To do Business with the Swedes

by Anders Fogelstrom on November 6, 2012

Up North

So you have arrived in Sweden. You look around to get your first glimpse of the Swedes in their natural environment.

The first surprise is that they actually do not look that much alike – even if they seem to all dress at H&M – and that they are not all as blonde and blue eyed as you expected. They are, however, not exactly exuberant and spontaneously outward going.

Still the Same

Sweden changes more rapidly and thoroughly than most countries. There is no sentimental clinging to history and no fear of trying new products, services and lifestyles, especially if inspired by the United States.

Add to this that around 20 percent of Sweden’s once homogeneous population now consists of first or second generation immigrants, a large part coming from non-European countries. Despite changing norms, some basic rules still apply as to how you should handle your encounters with the Swedes.

Silence is Golden

Silence is the dominant Swedish way of communicating, far from Latin gestures, vivid facial expressions and heated verbal exchanges. The laconic Swede is content to remain of few words.

When the Swedes are talking, the language is simple and direct. The message is the only important thing and no particular effort is made to enrobe the bare facts with polite or entertaining conversation. You do no need to try to be witty or eloquent. Just say straight out what you think in a simple fashion.  Not very amusing?  Well that is the price to pay for the uncomplicated social life.

No Waste

Efficiency is, if anything, the main religion in a country where The Swedes around the year 1000 accepted Christianity reluctantly and where it has more or less disappeared without leaving much traces, a thousand years later.

«Swedish efficiency» consists of a constant strife for the simplest solution, the most direct method and the least usage of unnecessary resources. Be well prepared, have the tools within easy reach, don’t complicate things and get it done – as simple as that! A pragmatic attitude.

It Works

This search for common ground gives some strengths. The Swedes are a close-knit community where little time is lost on unnecessary quarrels.  It probably accounts for much of the successes of Sweden in the XIX and XX century: the smooth reforms and peaceful history, the absence of bloody revolutions and civil wars. Boring?  Well that is for you to decide.

flag of swedenThe Future of Mankind

The Swedes – who think themselves anything but arrogant – believe their own culture is the most rational. And thus the best. Other cultures are not just different, but situated on a historically less advanced level. A condescending Swedish tolerance will, however, be generously applied to other cultures.

Don’t Show-off

The Swedish culture is profoundly and obsessively democratic. It is seen as offensive and ridiculous to behave as one was more worth than others, more brilliant, more fortunate. Certainly there are upstarts in Sweden who flaunt their opulence or want to prove their superior intelligence or knowledge but it is sneered at in traditional Swedish circles.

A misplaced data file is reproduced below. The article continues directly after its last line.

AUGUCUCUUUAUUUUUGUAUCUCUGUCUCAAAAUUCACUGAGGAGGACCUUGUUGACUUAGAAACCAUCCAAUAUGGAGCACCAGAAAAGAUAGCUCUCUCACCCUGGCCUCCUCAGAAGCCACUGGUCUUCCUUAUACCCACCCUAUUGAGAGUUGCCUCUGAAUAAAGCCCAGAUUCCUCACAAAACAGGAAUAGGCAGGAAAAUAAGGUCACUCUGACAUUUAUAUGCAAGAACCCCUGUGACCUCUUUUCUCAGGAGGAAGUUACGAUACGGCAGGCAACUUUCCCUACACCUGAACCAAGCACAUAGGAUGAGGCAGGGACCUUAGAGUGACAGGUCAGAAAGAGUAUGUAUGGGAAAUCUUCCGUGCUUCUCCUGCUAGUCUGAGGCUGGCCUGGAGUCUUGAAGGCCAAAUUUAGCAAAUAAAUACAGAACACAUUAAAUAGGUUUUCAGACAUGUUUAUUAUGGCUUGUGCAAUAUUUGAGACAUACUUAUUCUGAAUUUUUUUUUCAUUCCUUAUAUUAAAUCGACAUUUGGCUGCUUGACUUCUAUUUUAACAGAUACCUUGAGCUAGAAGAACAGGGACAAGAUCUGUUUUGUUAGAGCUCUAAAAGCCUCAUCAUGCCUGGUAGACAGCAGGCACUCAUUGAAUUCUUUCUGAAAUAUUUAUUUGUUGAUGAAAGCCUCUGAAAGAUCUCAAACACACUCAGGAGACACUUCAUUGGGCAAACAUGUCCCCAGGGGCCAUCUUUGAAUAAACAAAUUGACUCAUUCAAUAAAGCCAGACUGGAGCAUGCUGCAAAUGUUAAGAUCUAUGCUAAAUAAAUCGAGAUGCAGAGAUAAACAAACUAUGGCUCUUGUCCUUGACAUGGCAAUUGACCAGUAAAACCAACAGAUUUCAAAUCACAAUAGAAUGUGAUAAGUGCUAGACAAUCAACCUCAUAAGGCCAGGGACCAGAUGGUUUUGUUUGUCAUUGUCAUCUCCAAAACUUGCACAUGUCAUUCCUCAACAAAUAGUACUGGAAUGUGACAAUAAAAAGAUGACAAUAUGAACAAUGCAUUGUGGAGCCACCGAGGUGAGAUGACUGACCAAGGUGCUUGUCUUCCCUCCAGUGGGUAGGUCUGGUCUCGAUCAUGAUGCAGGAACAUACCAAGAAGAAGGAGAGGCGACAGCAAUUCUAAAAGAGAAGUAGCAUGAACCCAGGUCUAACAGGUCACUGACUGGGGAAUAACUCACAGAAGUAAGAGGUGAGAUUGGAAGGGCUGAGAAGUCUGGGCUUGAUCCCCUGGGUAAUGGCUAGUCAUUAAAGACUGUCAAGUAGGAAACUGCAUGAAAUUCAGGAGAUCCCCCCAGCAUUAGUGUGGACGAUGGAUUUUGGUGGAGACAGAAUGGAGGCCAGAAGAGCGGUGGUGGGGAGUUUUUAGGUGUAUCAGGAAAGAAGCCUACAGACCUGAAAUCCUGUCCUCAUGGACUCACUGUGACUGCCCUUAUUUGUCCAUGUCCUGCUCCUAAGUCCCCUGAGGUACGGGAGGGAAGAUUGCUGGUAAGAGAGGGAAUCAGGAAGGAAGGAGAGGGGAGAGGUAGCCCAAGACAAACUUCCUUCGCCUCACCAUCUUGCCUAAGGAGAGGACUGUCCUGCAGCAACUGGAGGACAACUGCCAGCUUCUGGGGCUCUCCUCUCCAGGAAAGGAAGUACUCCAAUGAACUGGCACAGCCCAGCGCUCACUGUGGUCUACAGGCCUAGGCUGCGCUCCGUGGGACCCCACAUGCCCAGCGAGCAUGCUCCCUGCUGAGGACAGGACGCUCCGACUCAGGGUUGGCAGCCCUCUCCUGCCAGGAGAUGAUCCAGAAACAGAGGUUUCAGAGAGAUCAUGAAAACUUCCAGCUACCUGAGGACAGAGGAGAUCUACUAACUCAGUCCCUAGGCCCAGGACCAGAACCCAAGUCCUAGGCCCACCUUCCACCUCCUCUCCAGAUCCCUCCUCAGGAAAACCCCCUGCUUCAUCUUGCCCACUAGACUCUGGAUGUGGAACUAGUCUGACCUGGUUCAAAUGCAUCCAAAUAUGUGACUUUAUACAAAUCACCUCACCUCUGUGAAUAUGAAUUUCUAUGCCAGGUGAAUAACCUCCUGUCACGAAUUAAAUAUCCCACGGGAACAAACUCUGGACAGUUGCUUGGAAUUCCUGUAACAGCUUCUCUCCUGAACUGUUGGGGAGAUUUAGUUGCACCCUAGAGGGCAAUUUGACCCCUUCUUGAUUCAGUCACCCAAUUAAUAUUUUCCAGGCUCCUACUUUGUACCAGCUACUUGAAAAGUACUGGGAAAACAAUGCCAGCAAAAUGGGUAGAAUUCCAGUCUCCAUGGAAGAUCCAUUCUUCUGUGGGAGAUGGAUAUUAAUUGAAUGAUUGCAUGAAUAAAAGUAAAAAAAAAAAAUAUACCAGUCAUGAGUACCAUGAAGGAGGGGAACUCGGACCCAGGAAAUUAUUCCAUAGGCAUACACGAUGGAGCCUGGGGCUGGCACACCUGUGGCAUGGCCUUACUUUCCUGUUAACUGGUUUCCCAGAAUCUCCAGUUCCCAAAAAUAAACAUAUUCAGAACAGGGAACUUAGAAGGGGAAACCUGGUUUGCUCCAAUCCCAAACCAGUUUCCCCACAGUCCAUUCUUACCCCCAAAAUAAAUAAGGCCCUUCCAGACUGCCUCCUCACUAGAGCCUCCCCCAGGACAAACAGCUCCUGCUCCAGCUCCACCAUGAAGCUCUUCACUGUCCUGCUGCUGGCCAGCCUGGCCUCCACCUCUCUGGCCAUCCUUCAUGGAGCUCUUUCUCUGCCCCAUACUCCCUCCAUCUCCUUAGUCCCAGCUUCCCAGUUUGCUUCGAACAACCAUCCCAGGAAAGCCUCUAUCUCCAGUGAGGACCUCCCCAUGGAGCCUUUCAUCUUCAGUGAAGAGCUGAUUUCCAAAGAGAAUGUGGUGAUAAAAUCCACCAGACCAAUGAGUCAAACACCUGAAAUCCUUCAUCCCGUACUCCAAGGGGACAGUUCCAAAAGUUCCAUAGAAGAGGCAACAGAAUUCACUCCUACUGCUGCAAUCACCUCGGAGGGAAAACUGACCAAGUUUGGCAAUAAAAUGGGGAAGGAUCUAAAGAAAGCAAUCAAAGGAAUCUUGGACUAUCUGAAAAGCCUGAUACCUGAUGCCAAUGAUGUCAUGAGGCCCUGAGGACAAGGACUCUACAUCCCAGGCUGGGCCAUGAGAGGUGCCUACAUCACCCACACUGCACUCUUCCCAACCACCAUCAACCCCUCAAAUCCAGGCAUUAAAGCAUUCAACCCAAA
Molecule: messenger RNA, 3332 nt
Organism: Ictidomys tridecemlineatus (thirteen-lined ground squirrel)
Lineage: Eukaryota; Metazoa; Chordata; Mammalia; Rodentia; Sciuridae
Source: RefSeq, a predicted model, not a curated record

Grey

You should dress, talk, behave, think and consume as everyone else.

Assemble your IKEA-furniture, dress at H&M, drive a Volvo station wagon, and enjoy the same national food.

Friendly – but not Polite

The Swedes are normally friendly, but it is not necessarily to be polite in any formal way. You might find the Swede rude, insensitive and too pushy – but this is a misinterpretation of the fact the Swede doesn’t want to waste neither your time nor his own.

Broken Confidence

Sweden is a country where confidence rules. Often to the limit of the reasonable. Everything said is believed to be the truth. This naïve gullibility is often taken advantage of by people coming from cultures where the truth is much more negotiable. But – important to note! Once the confidence is broken the Swede feels he or she has been personally betrayed. The Swede will not use harsh words but he will never again give his confidence to the person in question. Abrupt, not announced for everyone to hear, but for ever. In some cultures you have an argument, emotions flare up and then everything is forgotten half an hour later. Not so in Sweden. The injury and hurting words stay on forever. . So tread with care.

A No is a No is a No

If you negotiate prices and conditions  – please put your initial offers very close to what you actually want to achieve. The Swede’s dislike – or just simply cannot perform – the commedia dell’arte of a long negotiation.  Where big margins are slowly sliced away after bargaining. When a Swede says no he means – No. No surprise there. End of story. Nothing more to be said. It is not a diabolic business stratagem to encourage you to lower the price further. You are eliminated. Take the next flight home.